Rising against so called Honor Killings in Jordan
Based on my experience in reporting and advocating against the brutal murder of women, the so-called honor killings in Jordan, the latest street protests are an important indicator of how society’s attitudes towards gender-based violence have shifted.
In mid-July, 2020, the voice of a traumatized woman was recorded on a videoclip and widely shared by Jordanians on social media. Shortly after the video went viral, horrific details emerged by a person claiming to be the neighbour.
A young lady, Ahlam (meaning dreams) was reportedly murdered by her father in one of the country’s governorates to “defend his family’s honor.” He crushed her skull with a brick in front of everyone in the street “then sipped tea and smoked a cigarette waiting for the police to come and arrest him”, the neighbour claimed.
Another woman, Fatmeh, had her eyes gouged by her husband in November 2019 in a domestic dispute.
Both incidents caused an uproar in Jordan, mostly expressing their anger on social media. The majority denounced violence and the ‘barbaric nature’ of both incidents and called for swift justice for the two women. In response, the Jordanian government issued a gag order on both cases banning the media from reporting on it and the public from discussing these crimes on social media.
However, the government’s ban did not prevent groups of women and young activists from organizing several protests to demand better legislation and procedures to protect women in Jordan. Petitions also went viral championing women’s causes in the country.
Based on my experience in reporting and advocating against the brutal murder of women, the so-called honor killings in Jordan, the latest street protests are an important indicator of how society’s attitudes towards gender-based violence have shifted. When I started to report cases of these killings that targeted mostly women, I would have many who were not happy with my reporting. Some men would challenge me about the problem in public lectures I gave.
The legal system also used to wink at killers by offering them almost a slap on the hand for murdering a female relative in the name of family honor. The media also used to shy away from reporting about such a “sensitive issue” as it deemed it a family matter and thus related to the ‘honor’ of the family. The government also ignored the idea altogether and pretended it did not exist.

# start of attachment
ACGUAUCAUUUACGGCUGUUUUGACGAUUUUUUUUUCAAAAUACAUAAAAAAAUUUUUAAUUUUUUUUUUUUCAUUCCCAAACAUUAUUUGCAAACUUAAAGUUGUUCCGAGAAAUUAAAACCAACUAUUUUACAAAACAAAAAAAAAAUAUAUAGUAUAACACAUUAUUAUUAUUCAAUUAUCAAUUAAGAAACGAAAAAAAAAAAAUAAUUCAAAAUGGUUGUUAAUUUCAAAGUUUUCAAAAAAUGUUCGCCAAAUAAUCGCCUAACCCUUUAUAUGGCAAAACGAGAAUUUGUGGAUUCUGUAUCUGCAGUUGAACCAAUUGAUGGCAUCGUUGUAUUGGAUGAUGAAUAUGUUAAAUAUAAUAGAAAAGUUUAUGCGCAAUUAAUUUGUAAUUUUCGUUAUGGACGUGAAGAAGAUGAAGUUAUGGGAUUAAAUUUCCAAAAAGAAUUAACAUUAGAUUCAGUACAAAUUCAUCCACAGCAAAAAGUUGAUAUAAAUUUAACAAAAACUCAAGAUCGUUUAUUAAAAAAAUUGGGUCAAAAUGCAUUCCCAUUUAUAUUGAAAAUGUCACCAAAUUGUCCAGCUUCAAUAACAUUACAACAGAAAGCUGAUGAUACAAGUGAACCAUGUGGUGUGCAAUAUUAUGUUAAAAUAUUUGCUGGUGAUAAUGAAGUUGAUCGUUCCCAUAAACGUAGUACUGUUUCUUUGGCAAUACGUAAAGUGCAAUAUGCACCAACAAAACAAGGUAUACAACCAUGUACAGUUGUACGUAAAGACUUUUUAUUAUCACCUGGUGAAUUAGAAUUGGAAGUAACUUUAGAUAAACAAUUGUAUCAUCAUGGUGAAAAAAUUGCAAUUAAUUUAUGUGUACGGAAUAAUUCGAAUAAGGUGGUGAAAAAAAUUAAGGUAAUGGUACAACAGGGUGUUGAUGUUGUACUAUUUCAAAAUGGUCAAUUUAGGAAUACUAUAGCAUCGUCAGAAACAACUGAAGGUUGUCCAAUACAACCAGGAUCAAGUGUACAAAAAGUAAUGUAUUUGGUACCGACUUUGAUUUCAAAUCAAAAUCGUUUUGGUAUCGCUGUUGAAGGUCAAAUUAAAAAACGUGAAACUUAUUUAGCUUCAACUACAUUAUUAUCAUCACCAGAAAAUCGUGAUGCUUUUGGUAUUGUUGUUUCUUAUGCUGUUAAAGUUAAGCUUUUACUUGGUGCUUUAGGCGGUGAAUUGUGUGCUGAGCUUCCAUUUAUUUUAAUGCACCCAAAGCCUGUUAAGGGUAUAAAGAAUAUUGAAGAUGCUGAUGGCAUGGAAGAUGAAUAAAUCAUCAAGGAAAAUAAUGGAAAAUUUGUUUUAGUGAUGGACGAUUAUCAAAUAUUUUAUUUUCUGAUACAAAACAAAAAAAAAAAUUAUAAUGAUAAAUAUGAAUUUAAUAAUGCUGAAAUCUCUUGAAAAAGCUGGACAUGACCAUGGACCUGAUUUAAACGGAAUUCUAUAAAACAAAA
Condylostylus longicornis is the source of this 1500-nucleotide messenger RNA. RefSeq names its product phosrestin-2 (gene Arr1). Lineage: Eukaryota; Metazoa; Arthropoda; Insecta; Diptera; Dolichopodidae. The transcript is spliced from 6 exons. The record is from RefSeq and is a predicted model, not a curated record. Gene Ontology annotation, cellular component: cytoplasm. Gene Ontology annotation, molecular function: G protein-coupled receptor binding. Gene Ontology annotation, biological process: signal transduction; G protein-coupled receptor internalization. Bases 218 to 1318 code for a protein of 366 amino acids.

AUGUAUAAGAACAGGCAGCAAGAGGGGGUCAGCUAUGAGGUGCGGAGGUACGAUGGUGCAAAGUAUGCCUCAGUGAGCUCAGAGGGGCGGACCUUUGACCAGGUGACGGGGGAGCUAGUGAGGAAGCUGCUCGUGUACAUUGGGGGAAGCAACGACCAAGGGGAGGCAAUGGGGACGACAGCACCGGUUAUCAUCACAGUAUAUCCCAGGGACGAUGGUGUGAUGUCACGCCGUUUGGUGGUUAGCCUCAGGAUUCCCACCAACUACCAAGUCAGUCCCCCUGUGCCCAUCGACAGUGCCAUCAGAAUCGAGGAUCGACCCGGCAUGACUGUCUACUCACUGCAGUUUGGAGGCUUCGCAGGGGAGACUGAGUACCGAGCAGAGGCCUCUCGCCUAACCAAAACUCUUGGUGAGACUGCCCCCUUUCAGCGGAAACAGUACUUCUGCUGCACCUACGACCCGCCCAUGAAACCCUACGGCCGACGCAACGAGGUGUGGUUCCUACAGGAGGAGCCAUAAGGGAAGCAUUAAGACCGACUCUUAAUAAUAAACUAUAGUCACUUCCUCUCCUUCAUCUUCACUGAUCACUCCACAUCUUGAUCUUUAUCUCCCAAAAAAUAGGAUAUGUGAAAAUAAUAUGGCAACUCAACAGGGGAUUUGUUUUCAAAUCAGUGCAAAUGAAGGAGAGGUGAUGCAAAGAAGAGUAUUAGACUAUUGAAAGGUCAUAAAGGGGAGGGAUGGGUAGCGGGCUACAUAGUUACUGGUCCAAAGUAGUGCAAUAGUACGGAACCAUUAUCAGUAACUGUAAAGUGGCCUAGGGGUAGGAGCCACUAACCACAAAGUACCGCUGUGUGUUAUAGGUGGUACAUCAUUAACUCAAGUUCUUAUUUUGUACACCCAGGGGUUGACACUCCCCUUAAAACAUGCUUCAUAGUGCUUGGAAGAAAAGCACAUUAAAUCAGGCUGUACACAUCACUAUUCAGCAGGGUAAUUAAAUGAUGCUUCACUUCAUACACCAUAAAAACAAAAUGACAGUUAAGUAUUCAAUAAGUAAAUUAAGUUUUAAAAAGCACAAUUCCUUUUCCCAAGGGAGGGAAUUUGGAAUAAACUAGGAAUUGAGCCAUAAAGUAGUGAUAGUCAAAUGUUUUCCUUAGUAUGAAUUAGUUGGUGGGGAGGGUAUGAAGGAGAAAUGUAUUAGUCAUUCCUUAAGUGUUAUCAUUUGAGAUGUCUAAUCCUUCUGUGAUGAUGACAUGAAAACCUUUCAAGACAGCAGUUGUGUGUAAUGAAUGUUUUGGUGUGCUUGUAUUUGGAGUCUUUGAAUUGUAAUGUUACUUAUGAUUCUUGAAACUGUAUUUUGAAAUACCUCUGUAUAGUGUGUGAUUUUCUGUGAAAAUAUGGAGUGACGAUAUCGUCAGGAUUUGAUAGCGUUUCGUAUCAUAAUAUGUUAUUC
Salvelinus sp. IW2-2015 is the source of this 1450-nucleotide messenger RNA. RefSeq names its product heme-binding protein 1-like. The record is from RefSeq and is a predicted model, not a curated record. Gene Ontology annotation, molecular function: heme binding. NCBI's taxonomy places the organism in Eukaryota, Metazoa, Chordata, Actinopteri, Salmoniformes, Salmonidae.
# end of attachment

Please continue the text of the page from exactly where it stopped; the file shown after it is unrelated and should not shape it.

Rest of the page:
But things changed in Jordan in the mid-2000s thanks to the persistence of the civil society, officials, activists, the women’s movement, top decision-makers, and members of the Royal family. We were able to push the government to first admit there is a problem. Once this was achieved, the government then became responsible for the safety and security of these women.
The government adopted several measures to address the issue. Laws were amended to pass stiffer punishments against the killers. In the 1990s, perpetrators of such murders would get three months to one year for killing a female relative to defend their ‘honor.’ Today, the minimum sentence is seven years, and the maximum is life in prison. The courts and the justice system are no longer tolerating the ‘family honor’ excuse.
More recently, the government opened a shelter to house women whose lives are in danger. The new home offered them an alternative and a new beginning other than being imprisoned for indefinite periods and without a charge by the state to protect them from being harmed or killed.
Another important change was the public’s perception of the issue. The majority of Jordanians are more vocal about their rejection of all forms of gender-based violence and want to see concrete and serious steps being adopted by the government. Also, today’s youth are leading the way by their clever and practical use of social media, which was unimaginable in the 1990s.
Sadly, Ahlam and Fatmeh could not be saved from the atrocities practiced against them by their family members. However, the new movements and loud voices that are heard in the streets of Jordan and on social media could contribute to raising awareness and hopefully saving more lives.
This blog series is part of the Wilson Center series exploring the many facets of gender-based violence around the world, in parallel with the 16 Days of Activism against Gender-Based Violence that runs from November 25 – December 10, 2020.
About the Author
Middle East Program
The Wilson Center’s Middle East Program serves as a crucial resource for the policymaking community and beyond, providing analyses and research that helps inform U.S. foreign policymaking, stimulates public debate, and expands knowledge about issues in the wider Middle East and North Africa (MENA) region. Read more
Middle East Women's Initiative
The Middle East Women's Initiative (MEWI) promotes the empowerment of women in the region through an open and inclusive dialogue with women leaders from the Middle East and continuous research. Read more